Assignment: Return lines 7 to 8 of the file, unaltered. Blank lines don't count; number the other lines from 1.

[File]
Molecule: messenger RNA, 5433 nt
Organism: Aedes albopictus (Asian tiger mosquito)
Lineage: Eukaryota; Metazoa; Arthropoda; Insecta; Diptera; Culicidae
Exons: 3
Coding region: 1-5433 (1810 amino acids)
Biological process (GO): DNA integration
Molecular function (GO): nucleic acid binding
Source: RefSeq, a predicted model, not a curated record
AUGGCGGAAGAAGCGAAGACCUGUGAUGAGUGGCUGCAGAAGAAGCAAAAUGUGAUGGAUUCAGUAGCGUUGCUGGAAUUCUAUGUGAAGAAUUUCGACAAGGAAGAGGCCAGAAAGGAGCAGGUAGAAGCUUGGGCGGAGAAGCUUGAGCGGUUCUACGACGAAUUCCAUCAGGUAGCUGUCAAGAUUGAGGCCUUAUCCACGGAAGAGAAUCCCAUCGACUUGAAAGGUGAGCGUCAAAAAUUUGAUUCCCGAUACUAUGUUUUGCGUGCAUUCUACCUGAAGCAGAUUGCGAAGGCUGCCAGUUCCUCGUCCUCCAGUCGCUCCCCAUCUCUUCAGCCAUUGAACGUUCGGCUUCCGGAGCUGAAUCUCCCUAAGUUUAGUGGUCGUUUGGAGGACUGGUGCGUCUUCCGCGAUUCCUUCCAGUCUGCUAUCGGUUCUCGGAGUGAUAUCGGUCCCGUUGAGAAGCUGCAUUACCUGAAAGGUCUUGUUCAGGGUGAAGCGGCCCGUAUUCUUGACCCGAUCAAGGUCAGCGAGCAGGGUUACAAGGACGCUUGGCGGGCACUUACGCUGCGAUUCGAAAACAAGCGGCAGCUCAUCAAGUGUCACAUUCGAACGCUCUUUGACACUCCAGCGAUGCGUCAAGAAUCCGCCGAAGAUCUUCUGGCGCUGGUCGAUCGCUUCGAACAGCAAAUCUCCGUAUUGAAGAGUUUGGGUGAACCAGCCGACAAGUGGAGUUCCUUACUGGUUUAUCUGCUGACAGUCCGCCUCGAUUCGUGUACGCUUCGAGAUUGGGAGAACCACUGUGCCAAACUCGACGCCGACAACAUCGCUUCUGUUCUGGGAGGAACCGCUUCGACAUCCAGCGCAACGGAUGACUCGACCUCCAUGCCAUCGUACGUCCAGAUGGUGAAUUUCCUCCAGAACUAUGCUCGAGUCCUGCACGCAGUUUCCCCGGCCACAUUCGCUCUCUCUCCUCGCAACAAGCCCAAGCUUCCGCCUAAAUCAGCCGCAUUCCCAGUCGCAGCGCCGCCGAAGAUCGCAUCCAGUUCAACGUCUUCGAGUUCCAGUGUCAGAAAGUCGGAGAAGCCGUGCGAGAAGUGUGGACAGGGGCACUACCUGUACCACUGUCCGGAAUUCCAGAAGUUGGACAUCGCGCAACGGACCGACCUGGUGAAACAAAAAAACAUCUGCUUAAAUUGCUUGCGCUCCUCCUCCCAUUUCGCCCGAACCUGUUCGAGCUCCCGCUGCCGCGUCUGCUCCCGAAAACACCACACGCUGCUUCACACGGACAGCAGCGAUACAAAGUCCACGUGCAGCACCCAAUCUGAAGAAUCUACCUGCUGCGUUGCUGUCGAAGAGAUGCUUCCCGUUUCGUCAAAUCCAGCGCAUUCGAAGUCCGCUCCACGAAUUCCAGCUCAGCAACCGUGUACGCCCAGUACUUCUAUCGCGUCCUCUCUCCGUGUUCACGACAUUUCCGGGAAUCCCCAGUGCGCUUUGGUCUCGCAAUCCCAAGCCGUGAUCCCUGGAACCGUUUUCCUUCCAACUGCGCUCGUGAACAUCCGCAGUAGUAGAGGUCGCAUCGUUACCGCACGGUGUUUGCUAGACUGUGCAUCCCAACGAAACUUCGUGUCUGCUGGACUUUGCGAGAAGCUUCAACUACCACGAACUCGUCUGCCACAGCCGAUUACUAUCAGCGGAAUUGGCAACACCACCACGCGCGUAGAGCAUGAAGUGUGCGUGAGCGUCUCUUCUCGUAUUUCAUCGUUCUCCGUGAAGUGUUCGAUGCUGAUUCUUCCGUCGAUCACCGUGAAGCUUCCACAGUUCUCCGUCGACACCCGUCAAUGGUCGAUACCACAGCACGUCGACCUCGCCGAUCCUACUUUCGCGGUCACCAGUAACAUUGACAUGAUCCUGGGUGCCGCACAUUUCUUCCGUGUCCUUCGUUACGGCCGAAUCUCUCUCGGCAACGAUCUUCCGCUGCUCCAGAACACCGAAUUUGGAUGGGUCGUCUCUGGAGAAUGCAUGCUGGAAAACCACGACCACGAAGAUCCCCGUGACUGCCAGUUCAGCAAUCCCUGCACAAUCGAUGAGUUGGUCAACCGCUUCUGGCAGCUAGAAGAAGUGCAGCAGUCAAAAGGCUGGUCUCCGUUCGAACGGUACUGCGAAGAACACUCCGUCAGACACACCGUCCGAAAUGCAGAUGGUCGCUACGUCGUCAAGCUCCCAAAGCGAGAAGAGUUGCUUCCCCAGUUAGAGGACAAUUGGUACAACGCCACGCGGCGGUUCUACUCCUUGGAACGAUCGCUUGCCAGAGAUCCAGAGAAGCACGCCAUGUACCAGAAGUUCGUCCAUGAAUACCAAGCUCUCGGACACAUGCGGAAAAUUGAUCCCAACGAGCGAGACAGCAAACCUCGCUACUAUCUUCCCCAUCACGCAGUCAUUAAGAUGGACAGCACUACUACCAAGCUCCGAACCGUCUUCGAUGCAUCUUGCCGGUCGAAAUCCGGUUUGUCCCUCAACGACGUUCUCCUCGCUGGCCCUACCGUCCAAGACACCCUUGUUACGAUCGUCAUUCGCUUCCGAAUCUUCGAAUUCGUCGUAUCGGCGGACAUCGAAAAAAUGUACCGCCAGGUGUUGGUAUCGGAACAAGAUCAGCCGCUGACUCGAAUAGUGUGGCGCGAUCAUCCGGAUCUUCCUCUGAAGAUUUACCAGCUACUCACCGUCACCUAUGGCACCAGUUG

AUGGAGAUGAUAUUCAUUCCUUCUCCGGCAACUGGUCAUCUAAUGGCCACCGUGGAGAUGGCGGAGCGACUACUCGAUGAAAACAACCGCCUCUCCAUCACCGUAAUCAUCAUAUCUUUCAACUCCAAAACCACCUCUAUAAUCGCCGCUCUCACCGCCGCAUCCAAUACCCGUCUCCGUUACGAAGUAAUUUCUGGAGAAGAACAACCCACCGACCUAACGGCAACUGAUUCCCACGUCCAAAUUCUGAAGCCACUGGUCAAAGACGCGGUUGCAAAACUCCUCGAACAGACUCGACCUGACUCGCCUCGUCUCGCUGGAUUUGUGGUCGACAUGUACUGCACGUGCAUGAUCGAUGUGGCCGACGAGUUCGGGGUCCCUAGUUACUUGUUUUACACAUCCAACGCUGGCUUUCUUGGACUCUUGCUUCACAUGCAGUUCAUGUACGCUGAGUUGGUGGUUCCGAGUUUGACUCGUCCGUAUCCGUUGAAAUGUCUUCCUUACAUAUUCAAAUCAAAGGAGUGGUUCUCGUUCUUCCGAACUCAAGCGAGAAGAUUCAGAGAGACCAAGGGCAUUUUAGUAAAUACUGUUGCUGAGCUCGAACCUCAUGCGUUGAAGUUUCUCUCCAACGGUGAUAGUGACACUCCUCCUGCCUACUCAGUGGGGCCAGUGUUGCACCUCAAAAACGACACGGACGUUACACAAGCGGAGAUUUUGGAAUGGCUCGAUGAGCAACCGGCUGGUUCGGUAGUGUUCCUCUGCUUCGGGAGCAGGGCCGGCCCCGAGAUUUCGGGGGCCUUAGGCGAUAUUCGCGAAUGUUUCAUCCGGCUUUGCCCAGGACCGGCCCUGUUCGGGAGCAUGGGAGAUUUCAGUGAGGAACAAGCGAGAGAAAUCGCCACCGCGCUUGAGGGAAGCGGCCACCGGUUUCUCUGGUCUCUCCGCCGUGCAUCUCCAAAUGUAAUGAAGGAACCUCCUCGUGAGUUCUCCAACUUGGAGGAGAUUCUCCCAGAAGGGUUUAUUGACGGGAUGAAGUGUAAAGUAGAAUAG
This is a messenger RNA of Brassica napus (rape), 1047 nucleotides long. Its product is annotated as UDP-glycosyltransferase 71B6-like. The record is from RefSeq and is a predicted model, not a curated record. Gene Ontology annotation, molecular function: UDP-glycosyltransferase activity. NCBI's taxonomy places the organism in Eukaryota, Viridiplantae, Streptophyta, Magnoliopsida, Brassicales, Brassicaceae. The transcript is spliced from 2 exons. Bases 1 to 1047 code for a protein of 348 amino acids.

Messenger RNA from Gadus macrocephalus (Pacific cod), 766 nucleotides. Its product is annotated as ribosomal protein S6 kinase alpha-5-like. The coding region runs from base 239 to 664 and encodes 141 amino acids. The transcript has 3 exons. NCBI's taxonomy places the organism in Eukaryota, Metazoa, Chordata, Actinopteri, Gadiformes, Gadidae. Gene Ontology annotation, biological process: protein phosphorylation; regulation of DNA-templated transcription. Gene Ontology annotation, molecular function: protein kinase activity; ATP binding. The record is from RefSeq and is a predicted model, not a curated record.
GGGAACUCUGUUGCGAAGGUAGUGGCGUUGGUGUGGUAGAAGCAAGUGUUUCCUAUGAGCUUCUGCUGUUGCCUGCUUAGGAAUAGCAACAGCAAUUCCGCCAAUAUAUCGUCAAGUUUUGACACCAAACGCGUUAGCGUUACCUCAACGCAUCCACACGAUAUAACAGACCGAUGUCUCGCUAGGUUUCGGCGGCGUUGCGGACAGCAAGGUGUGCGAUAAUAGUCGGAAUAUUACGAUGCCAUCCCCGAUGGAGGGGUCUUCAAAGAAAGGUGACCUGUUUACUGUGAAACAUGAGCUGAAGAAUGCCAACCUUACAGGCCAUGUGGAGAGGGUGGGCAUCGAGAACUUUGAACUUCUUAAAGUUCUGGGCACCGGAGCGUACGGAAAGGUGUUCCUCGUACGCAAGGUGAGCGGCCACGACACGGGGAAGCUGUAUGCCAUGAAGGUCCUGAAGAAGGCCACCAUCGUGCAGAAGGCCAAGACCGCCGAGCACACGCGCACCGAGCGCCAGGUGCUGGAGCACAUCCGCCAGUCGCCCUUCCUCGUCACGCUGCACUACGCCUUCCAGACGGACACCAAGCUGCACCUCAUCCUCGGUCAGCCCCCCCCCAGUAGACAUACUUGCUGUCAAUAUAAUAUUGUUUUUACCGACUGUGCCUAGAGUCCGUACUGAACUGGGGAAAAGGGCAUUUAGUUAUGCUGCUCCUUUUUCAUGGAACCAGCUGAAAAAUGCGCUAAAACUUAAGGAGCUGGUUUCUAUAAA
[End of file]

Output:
Molecular function (GO): nucleic acid binding
Source: RefSeq, a predicted model, not a curated record